Eight of the 16 residents of the Swedish city of Sigtuna, who lived in the Viking Age and whose remains were analyzed by the researchers, turned out to be visitors, is told in Current Biology . Some of them were “near” migrants and came from other regions of Scandinavia, while others grew in the territory of modern Lithuania, Ukraine and the British Isles. Two people turned out to be immigrants in the second generation.
The Viking Age is called the period from the 8th to the 11th century, when Scandinavians established trade relations with other European states, and often conquered and plundered them; settled Iceland and Greenland and reached North America. At this time in Scandinavia itself there were cities, some of which exist today. The oldest of them was the town of Sigtuna, which is located on the shore of Lake Malaren, connected with the Baltic Sea, and now enters the conglomeration of Stockholm. Presumably, the city was founded at the end of X century and for 250 years was one of the most important political, commercial and religious centers. In the city there was a royal residence and here around the 990s the first Swedish coinage was minted. At the end of the XII century, the city was plundered by Baltic pirates, which probably appeared from the territory of modern Karelia, Latvia and Estonia. Nevertheless, life in the city did not stop. Sigtuna lost its importance in the XIII century, when as a result of the post-glacial rise of the land, navigable routes to the city became shallow.
In the heyday of the city there were several Christian cemeteries. They proved to be an important find not only for archaeologists, but also for geneticists. Unlike Christians, the Gentile Vikings most often burned their dead, so it was impossible to extract DNA from their remains. In Christian cemeteries remains were preserved, whose DNA could be isolated and analyzed. The researchers, led by Anna Kjellström of the University of Stockholm, decided to try to understand how mobile the inhabitants of Sigtuna were. The fact that Scandinavian people traveled through Europe in the Middle Ages was well known to scientists , but it was not clear how many Europeans came to Scandinavia.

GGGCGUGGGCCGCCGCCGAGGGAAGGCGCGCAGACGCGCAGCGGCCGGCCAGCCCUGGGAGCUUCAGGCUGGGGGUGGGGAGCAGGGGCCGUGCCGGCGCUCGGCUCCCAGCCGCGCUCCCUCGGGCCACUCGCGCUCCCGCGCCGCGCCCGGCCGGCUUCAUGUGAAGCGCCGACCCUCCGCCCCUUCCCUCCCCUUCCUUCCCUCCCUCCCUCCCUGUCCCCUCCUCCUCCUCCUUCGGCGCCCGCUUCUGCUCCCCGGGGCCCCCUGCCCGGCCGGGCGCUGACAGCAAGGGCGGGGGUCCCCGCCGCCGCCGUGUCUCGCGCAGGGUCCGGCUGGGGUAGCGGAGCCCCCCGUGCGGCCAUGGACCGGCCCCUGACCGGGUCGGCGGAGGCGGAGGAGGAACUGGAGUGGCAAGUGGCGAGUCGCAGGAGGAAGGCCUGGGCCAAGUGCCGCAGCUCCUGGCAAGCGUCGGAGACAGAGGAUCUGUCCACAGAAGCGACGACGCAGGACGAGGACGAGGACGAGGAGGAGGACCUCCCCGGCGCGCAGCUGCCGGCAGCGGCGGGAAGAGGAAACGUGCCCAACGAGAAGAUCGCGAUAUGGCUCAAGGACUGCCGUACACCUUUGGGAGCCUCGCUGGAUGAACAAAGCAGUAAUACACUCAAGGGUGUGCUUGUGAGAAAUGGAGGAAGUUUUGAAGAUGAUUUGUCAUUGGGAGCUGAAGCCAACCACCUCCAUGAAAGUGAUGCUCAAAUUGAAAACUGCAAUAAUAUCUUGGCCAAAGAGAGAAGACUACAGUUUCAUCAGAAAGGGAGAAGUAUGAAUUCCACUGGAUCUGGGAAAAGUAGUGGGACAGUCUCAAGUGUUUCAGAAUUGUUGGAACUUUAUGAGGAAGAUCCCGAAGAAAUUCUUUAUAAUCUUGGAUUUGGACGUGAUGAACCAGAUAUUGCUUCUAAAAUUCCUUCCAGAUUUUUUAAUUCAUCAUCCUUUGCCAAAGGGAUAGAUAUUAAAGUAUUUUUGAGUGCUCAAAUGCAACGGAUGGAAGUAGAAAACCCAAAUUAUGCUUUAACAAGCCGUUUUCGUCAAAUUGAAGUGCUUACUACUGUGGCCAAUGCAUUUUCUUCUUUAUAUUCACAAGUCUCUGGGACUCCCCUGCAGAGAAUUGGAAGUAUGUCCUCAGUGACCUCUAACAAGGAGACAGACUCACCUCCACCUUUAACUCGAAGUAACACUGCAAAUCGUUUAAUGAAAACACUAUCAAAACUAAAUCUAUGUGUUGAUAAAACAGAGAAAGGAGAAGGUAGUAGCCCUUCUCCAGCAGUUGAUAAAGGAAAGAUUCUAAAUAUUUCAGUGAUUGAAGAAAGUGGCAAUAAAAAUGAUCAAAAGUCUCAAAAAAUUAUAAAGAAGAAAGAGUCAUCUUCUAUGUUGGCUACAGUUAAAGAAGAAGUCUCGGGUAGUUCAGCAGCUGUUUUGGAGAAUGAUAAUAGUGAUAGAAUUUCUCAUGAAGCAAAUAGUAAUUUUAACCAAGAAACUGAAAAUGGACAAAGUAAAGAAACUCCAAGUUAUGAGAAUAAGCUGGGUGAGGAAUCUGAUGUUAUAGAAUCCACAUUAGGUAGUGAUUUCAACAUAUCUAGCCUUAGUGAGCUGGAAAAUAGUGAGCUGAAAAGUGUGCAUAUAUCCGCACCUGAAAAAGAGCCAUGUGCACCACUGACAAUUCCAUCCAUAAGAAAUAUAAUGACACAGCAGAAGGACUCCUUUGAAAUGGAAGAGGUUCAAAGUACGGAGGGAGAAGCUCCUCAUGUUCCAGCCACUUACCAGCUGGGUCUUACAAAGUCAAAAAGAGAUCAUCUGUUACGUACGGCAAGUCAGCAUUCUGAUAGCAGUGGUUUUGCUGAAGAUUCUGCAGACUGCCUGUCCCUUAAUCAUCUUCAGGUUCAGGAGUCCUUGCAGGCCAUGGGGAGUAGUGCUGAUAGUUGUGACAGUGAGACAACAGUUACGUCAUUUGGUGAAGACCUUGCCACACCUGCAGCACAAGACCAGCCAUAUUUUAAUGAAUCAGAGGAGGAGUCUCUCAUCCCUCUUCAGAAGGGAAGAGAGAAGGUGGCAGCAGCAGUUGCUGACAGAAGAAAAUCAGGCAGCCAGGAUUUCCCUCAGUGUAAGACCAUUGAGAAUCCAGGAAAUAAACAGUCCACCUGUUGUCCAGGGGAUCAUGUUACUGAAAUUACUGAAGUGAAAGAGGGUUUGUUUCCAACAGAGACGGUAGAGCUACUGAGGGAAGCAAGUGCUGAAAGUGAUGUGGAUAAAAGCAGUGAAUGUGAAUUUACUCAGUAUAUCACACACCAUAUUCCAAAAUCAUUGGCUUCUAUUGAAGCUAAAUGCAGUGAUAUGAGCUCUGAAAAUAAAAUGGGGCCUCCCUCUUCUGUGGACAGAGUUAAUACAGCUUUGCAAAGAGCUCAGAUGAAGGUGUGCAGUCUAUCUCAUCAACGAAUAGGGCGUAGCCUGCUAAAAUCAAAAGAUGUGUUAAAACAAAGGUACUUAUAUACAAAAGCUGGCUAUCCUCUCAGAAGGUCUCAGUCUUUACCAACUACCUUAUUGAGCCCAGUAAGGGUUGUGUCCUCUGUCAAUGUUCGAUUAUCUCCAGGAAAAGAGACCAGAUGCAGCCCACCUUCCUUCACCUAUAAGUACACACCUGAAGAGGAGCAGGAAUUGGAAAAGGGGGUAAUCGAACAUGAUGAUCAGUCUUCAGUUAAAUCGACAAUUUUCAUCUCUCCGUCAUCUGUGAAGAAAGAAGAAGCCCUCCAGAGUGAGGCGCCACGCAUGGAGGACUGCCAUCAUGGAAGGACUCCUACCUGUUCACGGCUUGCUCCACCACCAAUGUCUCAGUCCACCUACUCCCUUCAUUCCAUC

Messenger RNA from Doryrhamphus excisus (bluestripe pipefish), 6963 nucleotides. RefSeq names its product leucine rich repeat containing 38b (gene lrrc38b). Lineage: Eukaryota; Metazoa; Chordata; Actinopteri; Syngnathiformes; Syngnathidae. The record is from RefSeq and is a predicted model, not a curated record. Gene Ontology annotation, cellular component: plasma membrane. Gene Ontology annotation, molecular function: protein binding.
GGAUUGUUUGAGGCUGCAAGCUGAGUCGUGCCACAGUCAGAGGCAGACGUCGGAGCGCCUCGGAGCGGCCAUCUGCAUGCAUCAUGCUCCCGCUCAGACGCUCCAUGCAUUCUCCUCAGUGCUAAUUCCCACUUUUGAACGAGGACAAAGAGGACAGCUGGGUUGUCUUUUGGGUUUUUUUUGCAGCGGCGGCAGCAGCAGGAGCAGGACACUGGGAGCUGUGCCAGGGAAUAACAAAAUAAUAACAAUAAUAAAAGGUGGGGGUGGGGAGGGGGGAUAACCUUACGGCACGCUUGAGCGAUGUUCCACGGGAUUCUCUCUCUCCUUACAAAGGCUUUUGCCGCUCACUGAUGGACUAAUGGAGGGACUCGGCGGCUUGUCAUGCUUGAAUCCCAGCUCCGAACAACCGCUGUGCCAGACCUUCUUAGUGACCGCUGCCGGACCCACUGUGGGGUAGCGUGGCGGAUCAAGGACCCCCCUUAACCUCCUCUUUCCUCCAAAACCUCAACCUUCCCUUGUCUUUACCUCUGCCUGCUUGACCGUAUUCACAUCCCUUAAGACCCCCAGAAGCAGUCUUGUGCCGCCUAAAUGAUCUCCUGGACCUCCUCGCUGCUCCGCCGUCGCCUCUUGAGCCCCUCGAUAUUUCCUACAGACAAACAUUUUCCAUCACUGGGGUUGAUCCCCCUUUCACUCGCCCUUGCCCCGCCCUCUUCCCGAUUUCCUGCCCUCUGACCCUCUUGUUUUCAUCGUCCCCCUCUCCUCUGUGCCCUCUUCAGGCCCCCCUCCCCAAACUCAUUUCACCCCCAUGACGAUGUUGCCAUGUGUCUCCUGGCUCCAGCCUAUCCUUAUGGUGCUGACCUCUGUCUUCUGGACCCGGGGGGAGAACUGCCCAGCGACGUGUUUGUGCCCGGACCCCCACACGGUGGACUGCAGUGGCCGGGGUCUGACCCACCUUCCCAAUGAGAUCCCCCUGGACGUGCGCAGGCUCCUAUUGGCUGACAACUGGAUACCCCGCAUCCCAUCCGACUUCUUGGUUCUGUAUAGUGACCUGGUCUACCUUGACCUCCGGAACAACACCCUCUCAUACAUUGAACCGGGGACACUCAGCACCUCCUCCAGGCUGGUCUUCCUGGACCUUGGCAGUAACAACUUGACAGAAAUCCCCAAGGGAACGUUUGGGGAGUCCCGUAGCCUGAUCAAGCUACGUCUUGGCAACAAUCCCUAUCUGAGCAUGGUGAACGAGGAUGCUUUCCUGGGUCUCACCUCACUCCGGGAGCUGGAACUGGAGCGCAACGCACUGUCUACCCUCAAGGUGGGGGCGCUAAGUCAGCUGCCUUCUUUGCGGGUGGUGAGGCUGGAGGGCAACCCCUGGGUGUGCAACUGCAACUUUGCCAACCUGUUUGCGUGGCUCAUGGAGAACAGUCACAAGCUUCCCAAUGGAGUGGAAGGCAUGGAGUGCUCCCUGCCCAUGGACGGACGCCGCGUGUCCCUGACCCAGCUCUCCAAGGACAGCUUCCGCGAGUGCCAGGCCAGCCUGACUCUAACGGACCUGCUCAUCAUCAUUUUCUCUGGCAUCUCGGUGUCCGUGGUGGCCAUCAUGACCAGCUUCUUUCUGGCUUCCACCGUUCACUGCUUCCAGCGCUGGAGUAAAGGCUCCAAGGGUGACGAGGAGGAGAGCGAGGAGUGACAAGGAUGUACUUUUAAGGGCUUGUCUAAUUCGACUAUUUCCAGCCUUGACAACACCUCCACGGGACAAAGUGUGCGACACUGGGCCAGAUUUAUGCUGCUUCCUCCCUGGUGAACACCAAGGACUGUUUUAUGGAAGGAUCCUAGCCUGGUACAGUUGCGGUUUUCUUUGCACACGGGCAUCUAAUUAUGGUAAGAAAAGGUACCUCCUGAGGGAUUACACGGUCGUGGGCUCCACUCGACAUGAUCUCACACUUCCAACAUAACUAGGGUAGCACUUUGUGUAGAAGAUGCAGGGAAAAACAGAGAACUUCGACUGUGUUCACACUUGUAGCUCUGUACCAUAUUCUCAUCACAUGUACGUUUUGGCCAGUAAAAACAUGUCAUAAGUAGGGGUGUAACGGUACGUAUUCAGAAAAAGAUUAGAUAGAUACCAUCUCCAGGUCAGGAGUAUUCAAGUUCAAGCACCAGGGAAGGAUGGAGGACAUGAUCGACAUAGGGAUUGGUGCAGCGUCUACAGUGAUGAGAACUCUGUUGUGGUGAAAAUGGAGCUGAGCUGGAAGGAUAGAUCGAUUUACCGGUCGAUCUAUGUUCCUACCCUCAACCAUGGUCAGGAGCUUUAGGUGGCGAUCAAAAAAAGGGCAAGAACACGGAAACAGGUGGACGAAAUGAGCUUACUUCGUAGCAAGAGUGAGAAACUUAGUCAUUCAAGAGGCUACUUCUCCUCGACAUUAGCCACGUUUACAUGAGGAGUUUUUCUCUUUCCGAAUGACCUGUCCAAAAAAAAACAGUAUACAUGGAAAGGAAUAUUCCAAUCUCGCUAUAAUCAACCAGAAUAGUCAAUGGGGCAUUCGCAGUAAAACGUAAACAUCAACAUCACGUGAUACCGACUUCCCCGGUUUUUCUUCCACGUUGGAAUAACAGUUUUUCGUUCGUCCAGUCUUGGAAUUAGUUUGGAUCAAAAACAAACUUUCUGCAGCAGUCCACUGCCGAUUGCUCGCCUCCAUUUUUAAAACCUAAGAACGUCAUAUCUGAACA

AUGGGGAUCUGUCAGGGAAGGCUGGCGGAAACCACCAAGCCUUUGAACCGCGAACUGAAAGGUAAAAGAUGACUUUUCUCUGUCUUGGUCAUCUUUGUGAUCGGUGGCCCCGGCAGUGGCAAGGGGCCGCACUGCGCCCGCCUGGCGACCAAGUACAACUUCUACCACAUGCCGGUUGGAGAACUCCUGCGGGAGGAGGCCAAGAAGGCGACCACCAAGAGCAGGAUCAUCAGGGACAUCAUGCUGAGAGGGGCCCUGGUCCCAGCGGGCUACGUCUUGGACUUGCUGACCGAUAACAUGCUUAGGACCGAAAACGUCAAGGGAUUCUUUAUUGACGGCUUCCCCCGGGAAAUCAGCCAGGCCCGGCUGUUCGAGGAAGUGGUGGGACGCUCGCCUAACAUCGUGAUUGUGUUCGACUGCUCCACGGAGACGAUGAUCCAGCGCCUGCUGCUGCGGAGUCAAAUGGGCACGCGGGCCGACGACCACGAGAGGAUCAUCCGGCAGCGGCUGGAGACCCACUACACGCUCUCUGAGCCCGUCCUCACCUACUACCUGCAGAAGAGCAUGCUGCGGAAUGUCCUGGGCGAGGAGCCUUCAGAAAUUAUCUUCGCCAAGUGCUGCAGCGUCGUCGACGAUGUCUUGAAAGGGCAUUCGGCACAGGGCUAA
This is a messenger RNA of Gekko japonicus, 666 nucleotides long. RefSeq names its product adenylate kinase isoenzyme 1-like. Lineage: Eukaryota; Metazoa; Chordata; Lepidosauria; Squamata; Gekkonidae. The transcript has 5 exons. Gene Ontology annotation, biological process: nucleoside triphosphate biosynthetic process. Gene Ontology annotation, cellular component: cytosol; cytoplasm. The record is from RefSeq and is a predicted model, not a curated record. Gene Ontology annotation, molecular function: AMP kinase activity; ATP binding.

To find this out, researchers isolated DNA from the remains of 23 people (16 men and nine women) who lived in the X-XII centuries, and cut out the complete sequences of their genomes. As a reference, scientists used sequences of genomes from representatives of 21 European populations and 13 Europeans who lived in the Middle Ages on the territory of modern England, Sweden, Hungary and Montenegro. In addition, in the enamel of 16 of them, scientists determined the ratio of strontium isotopes. But only “isotopic signature” of strontium was found in the remains of 15 more people. Strontium serves as a good marker of human mobility. Its isotopes accumulate in the human enamel during the period of its formation and by their ratio it is possible to determine where it grew.
Genetic data showed that some of the 23 people came to Sigtuna from other regions of Scandinavia, and part from afar – from the British Isles, the territory of modern Lithuania, Ukraine, northern Germany, and from northern Russia. Half of the city’s residents, who managed to determine both the “isotopic signature” and the sequence of the genome, turned out to be visitors. Some of them were immigrants in the second generation – the ratio of isotopes in them was local, and they were genetically related to other populations. Judging only by the isotope signature, 70 percent of women and 44 percent of men came to Sigtuna from other places.
Previously, the researchers found that the Vikings were engaged in sea trade as early as the beginning of the VIII century, several decades before the raids on other European states. Presumably, they gained navigational skills, which were then useful to them for raids.